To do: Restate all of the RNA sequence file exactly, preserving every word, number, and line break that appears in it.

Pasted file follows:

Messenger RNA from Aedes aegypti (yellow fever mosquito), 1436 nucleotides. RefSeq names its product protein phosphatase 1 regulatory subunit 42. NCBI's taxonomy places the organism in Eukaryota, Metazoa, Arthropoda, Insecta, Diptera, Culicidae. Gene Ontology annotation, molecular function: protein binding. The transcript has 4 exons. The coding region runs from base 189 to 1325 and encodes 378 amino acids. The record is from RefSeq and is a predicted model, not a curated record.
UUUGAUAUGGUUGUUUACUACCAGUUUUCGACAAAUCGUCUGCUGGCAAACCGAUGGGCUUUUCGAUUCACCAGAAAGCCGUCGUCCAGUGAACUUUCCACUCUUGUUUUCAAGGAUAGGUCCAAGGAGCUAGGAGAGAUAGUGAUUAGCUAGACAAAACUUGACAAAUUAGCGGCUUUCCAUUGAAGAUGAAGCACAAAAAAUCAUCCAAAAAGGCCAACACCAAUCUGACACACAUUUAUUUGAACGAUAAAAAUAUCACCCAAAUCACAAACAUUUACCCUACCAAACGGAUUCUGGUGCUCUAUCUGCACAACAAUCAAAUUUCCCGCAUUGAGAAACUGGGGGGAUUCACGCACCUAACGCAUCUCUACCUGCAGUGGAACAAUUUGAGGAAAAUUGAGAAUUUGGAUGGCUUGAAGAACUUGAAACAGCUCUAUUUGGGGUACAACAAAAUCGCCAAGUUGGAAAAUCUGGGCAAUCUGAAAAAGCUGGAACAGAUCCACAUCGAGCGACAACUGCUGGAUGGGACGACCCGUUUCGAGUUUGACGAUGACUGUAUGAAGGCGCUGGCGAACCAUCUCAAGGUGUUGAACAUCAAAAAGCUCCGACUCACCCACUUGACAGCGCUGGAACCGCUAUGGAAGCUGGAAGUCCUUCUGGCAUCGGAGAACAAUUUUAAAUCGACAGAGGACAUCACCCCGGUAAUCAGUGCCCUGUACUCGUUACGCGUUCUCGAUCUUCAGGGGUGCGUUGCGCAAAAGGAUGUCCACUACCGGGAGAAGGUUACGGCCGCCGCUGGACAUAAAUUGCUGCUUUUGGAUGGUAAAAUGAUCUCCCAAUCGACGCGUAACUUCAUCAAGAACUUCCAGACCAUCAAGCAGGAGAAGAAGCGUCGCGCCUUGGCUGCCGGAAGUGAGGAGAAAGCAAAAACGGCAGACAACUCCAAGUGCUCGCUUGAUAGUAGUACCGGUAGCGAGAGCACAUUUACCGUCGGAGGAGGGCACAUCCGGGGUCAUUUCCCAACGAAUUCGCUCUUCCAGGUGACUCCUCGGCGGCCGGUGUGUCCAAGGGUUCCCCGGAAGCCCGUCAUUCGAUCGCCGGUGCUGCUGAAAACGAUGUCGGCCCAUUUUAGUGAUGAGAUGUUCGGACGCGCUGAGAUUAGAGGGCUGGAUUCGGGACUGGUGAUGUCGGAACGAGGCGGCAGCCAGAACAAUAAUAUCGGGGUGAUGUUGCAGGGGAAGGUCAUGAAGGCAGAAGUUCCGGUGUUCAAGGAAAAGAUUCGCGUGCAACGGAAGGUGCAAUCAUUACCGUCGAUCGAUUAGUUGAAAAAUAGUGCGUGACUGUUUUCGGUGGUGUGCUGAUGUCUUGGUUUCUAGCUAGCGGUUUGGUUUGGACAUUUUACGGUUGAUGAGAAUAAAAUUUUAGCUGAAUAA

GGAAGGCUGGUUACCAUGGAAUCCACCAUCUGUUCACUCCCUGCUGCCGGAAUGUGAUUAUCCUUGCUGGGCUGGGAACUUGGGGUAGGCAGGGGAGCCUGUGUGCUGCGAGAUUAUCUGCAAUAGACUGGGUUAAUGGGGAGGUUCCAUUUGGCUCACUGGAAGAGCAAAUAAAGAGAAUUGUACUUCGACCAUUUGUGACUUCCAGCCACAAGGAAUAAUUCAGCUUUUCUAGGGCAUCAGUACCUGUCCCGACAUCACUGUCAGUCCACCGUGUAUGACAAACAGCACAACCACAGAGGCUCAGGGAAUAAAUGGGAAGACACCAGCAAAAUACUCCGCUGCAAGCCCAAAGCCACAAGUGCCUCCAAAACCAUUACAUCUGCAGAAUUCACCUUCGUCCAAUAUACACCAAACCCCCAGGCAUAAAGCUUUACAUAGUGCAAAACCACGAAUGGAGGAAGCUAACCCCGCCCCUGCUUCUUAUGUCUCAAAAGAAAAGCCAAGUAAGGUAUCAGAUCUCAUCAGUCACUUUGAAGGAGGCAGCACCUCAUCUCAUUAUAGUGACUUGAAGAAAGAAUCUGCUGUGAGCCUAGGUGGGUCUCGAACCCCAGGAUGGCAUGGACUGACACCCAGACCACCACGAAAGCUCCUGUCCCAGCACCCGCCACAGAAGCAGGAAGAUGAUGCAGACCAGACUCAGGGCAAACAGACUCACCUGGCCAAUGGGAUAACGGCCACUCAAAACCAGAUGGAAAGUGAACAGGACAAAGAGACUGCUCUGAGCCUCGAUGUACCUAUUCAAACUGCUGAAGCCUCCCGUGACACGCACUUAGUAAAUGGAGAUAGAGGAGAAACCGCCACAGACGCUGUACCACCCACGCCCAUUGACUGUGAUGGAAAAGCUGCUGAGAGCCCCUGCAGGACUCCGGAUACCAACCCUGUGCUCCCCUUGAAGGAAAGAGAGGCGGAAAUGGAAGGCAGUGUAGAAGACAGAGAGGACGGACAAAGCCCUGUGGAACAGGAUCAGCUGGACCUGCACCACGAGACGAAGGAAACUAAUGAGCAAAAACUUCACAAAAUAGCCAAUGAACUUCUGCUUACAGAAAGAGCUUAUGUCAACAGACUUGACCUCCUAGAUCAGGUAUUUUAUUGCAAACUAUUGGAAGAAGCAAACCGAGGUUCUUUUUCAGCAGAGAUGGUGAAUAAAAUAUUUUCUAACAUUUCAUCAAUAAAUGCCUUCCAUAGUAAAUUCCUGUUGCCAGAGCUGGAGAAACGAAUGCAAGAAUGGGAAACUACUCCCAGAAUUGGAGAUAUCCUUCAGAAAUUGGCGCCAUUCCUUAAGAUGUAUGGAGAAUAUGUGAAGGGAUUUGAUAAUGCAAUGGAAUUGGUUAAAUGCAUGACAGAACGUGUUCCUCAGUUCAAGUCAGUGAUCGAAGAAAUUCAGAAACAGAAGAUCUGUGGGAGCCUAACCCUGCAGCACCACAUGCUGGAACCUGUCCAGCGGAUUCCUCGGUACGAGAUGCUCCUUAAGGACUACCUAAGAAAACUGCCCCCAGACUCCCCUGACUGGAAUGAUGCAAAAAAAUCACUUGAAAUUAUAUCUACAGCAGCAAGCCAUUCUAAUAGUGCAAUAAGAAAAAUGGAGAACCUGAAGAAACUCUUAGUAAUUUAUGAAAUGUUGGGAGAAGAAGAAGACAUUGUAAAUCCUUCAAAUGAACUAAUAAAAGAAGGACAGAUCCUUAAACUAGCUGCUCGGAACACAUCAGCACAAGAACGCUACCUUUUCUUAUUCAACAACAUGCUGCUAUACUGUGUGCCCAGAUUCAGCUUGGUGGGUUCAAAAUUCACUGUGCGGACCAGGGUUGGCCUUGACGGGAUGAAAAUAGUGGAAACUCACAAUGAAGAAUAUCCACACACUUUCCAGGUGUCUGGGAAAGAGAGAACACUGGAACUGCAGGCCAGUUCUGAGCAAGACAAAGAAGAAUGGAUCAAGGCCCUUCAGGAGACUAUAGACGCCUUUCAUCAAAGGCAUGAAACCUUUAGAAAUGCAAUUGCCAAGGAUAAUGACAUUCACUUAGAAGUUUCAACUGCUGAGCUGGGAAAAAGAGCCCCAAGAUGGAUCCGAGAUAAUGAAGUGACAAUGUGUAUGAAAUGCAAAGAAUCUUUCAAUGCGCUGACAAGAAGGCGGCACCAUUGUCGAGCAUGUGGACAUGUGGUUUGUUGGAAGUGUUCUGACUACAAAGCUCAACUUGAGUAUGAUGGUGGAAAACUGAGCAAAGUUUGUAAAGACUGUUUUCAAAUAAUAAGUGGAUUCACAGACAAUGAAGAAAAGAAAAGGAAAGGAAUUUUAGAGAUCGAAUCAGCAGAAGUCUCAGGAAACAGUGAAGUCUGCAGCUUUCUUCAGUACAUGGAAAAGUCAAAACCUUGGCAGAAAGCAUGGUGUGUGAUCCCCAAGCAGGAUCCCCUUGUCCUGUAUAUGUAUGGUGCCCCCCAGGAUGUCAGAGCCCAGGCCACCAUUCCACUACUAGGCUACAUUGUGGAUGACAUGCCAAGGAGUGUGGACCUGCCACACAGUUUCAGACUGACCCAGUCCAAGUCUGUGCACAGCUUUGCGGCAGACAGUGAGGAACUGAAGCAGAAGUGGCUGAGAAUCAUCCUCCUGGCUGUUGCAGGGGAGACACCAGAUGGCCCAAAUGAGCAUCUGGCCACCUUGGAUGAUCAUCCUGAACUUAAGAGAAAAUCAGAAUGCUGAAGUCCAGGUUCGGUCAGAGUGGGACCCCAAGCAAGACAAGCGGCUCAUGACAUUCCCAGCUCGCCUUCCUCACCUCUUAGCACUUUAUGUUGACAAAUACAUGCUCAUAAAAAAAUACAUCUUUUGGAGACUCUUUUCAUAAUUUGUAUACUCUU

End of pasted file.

Messenger RNA from Aedes aegypti (yellow fever mosquito), 1436 nucleotides. RefSeq names its product protein phosphatase 1 regulatory subunit 42. NCBI's taxonomy places the organism in Eukaryota, Metazoa, Arthropoda, Insecta, Diptera, Culicidae. Gene Ontology annotation, molecular function: protein binding. The transcript has 4 exons. The coding region runs from base 189 to 1325 and encodes 378 amino acids. The record is from RefSeq and is a predicted model, not a curated record.
UUUGAUAUGGUUGUUUACUACCAGUUUUCGACAAAUCGUCUGCUGGCAAACCGAUGGGCUUUUCGAUUCACCAGAAAGCCGUCGUCCAGUGAACUUUCCACUCUUGUUUUCAAGGAUAGGUCCAAGGAGCUAGGAGAGAUAGUGAUUAGCUAGACAAAACUUGACAAAUUAGCGGCUUUCCAUUGAAGAUGAAGCACAAAAAAUCAUCCAAAAAGGCCAACACCAAUCUGACACACAUUUAUUUGAACGAUAAAAAUAUCACCCAAAUCACAAACAUUUACCCUACCAAACGGAUUCUGGUGCUCUAUCUGCACAACAAUCAAAUUUCCCGCAUUGAGAAACUGGGGGGAUUCACGCACCUAACGCAUCUCUACCUGCAGUGGAACAAUUUGAGGAAAAUUGAGAAUUUGGAUGGCUUGAAGAACUUGAAACAGCUCUAUUUGGGGUACAACAAAAUCGCCAAGUUGGAAAAUCUGGGCAAUCUGAAAAAGCUGGAACAGAUCCACAUCGAGCGACAACUGCUGGAUGGGACGACCCGUUUCGAGUUUGACGAUGACUGUAUGAAGGCGCUGGCGAACCAUCUCAAGGUGUUGAACAUCAAAAAGCUCCGACUCACCCACUUGACAGCGCUGGAACCGCUAUGGAAGCUGGAAGUCCUUCUGGCAUCGGAGAACAAUUUUAAAUCGACAGAGGACAUCACCCCGGUAAUCAGUGCCCUGUACUCGUUACGCGUUCUCGAUCUUCAGGGGUGCGUUGCGCAAAAGGAUGUCCACUACCGGGAGAAGGUUACGGCCGCCGCUGGACAUAAAUUGCUGCUUUUGGAUGGUAAAAUGAUCUCCCAAUCGACGCGUAACUUCAUCAAGAACUUCCAGACCAUCAAGCAGGAGAAGAAGCGUCGCGCCUUGGCUGCCGGAAGUGAGGAGAAAGCAAAAACGGCAGACAACUCCAAGUGCUCGCUUGAUAGUAGUACCGGUAGCGAGAGCACAUUUACCGUCGGAGGAGGGCACAUCCGGGGUCAUUUCCCAACGAAUUCGCUCUUCCAGGUGACUCCUCGGCGGCCGGUGUGUCCAAGGGUUCCCCGGAAGCCCGUCAUUCGAUCGCCGGUGCUGCUGAAAACGAUGUCGGCCCAUUUUAGUGAUGAGAUGUUCGGACGCGCUGAGAUUAGAGGGCUGGAUUCGGGACUGGUGAUGUCGGAACGAGGCGGCAGCCAGAACAAUAAUAUCGGGGUGAUGUUGCAGGGGAAGGUCAUGAAGGCAGAAGUUCCGGUGUUCAAGGAAAAGAUUCGCGUGCAACGGAAGGUGCAAUCAUUACCGUCGAUCGAUUAGUUGAAAAAUAGUGCGUGACUGUUUUCGGUGGUGUGCUGAUGUCUUGGUUUCUAGCUAGCGGUUUGGUUUGGACAUUUUACGGUUGAUGAGAAUAAAAUUUUAGCUGAAUAA

GGAAGGCUGGUUACCAUGGAAUCCACCAUCUGUUCACUCCCUGCUGCCGGAAUGUGAUUAUCCUUGCUGGGCUGGGAACUUGGGGUAGGCAGGGGAGCCUGUGUGCUGCGAGAUUAUCUGCAAUAGACUGGGUUAAUGGGGAGGUUCCAUUUGGCUCACUGGAAGAGCAAAUAAAGAGAAUUGUACUUCGACCAUUUGUGACUUCCAGCCACAAGGAAUAAUUCAGCUUUUCUAGGGCAUCAGUACCUGUCCCGACAUCACUGUCAGUCCACCGUGUAUGACAAACAGCACAACCACAGAGGCUCAGGGAAUAAAUGGGAAGACACCAGCAAAAUACUCCGCUGCAAGCCCAAAGCCACAAGUGCCUCCAAAACCAUUACAUCUGCAGAAUUCACCUUCGUCCAAUAUACACCAAACCCCCAGGCAUAAAGCUUUACAUAGUGCAAAACCACGAAUGGAGGAAGCUAACCCCGCCCCUGCUUCUUAUGUCUCAAAAGAAAAGCCAAGUAAGGUAUCAGAUCUCAUCAGUCACUUUGAAGGAGGCAGCACCUCAUCUCAUUAUAGUGACUUGAAGAAAGAAUCUGCUGUGAGCCUAGGUGGGUCUCGAACCCCAGGAUGGCAUGGACUGACACCCAGACCACCACGAAAGCUCCUGUCCCAGCACCCGCCACAGAAGCAGGAAGAUGAUGCAGACCAGACUCAGGGCAAACAGACUCACCUGGCCAAUGGGAUAACGGCCACUCAAAACCAGAUGGAAAGUGAACAGGACAAAGAGACUGCUCUGAGCCUCGAUGUACCUAUUCAAACUGCUGAAGCCUCCCGUGACACGCACUUAGUAAAUGGAGAUAGAGGAGAAACCGCCACAGACGCUGUACCACCCACGCCCAUUGACUGUGAUGGAAAAGCUGCUGAGAGCCCCUGCAGGACUCCGGAUACCAACCCUGUGCUCCCCUUGAAGGAAAGAGAGGCGGAAAUGGAAGGCAGUGUAGAAGACAGAGAGGACGGACAAAGCCCUGUGGAACAGGAUCAGCUGGACCUGCACCACGAGACGAAGGAAACUAAUGAGCAAAAACUUCACAAAAUAGCCAAUGAACUUCUGCUUACAGAAAGAGCUUAUGUCAACAGACUUGACCUCCUAGAUCAGGUAUUUUAUUGCAAACUAUUGGAAGAAGCAAACCGAGGUUCUUUUUCAGCAGAGAUGGUGAAUAAAAUAUUUUCUAACAUUUCAUCAAUAAAUGCCUUCCAUAGUAAAUUCCUGUUGCCAGAGCUGGAGAAACGAAUGCAAGAAUGGGAAACUACUCCCAGAAUUGGAGAUAUCCUUCAGAAAUUGGCGCCAUUCCUUAAGAUGUAUGGAGAAUAUGUGAAGGGAUUUGAUAAUGCAAUGGAAUUGGUUAAAUGCAUGACAGAACGUGUUCCUCAGUUCAAGUCAGUGAUCGAAGAAAUUCAGAAACAGAAGAUCUGUGGGAGCCUAACCCUGCAGCACCACAUGCUGGAACCUGUCCAGCGGAUUCCUCGGUACGAGAUGCUCCUUAAGGACUACCUAAGAAAACUGCCCCCAGACUCCCCUGACUGGAAUGAUGCAAAAAAAUCACUUGAAAUUAUAUCUACAGCAGCAAGCCAUUCUAAUAGUGCAAUAAGAAAAAUGGAGAACCUGAAGAAACUCUUAGUAAUUUAUGAAAUGUUGGGAGAAGAAGAAGACAUUGUAAAUCCUUCAAAUGAACUAAUAAAAGAAGGACAGAUCCUUAAACUAGCUGCUCGGAACACAUCAGCACAAGAACGCUACCUUUUCUUAUUCAACAACAUGCUGCUAUACUGUGUGCCCAGAUUCAGCUUGGUGGGUUCAAAAUUCACUGUGCGGACCAGGGUUGGCCUUGACGGGAUGAAAAUAGUGGAAACUCACAAUGAAGAAUAUCCACACACUUUCCAGGUGUCUGGGAAAGAGAGAACACUGGAACUGCAGGCCAGUUCUGAGCAAGACAAAGAAGAAUGGAUCAAGGCCCUUCAGGAGACUAUAGACGCCUUUCAUCAAAGGCAUGAAACCUUUAGAAAUGCAAUUGCCAAGGAUAAUGACAUUCACUUAGAAGUUUCAACUGCUGAGCUGGGAAAAAGAGCCCCAAGAUGGAUCCGAGAUAAUGAAGUGACAAUGUGUAUGAAAUGCAAAGAAUCUUUCAAUGCGCUGACAAGAAGGCGGCACCAUUGUCGAGCAUGUGGACAUGUGGUUUGUUGGAAGUGUUCUGACUACAAAGCUCAACUUGAGUAUGAUGGUGGAAAACUGAGCAAAGUUUGUAAAGACUGUUUUCAAAUAAUAAGUGGAUUCACAGACAAUGAAGAAAAGAAAAGGAAAGGAAUUUUAGAGAUCGAAUCAGCAGAAGUCUCAGGAAACAGUGAAGUCUGCAGCUUUCUUCAGUACAUGGAAAAGUCAAAACCUUGGCAGAAAGCAUGGUGUGUGAUCCCCAAGCAGGAUCCCCUUGUCCUGUAUAUGUAUGGUGCCCCCCAGGAUGUCAGAGCCCAGGCCACCAUUCCACUACUAGGCUACAUUGUGGAUGACAUGCCAAGGAGUGUGGACCUGCCACACAGUUUCAGACUGACCCAGUCCAAGUCUGUGCACAGCUUUGCGGCAGACAGUGAGGAACUGAAGCAGAAGUGGCUGAGAAUCAUCCUCCUGGCUGUUGCAGGGGAGACACCAGAUGGCCCAAAUGAGCAUCUGGCCACCUUGGAUGAUCAUCCUGAACUUAAGAGAAAAUCAGAAUGCUGAAGUCCAGGUUCGGUCAGAGUGGGACCCCAAGCAAGACAAGCGGCUCAUGACAUUCCCAGCUCGCCUUCCUCACCUCUUAGCACUUUAUGUUGACAAAUACAUGCUCAUAAAAAAAUACAUCUUUUGGAGACUCUUUUCAUAAUUUGUAUACUCUU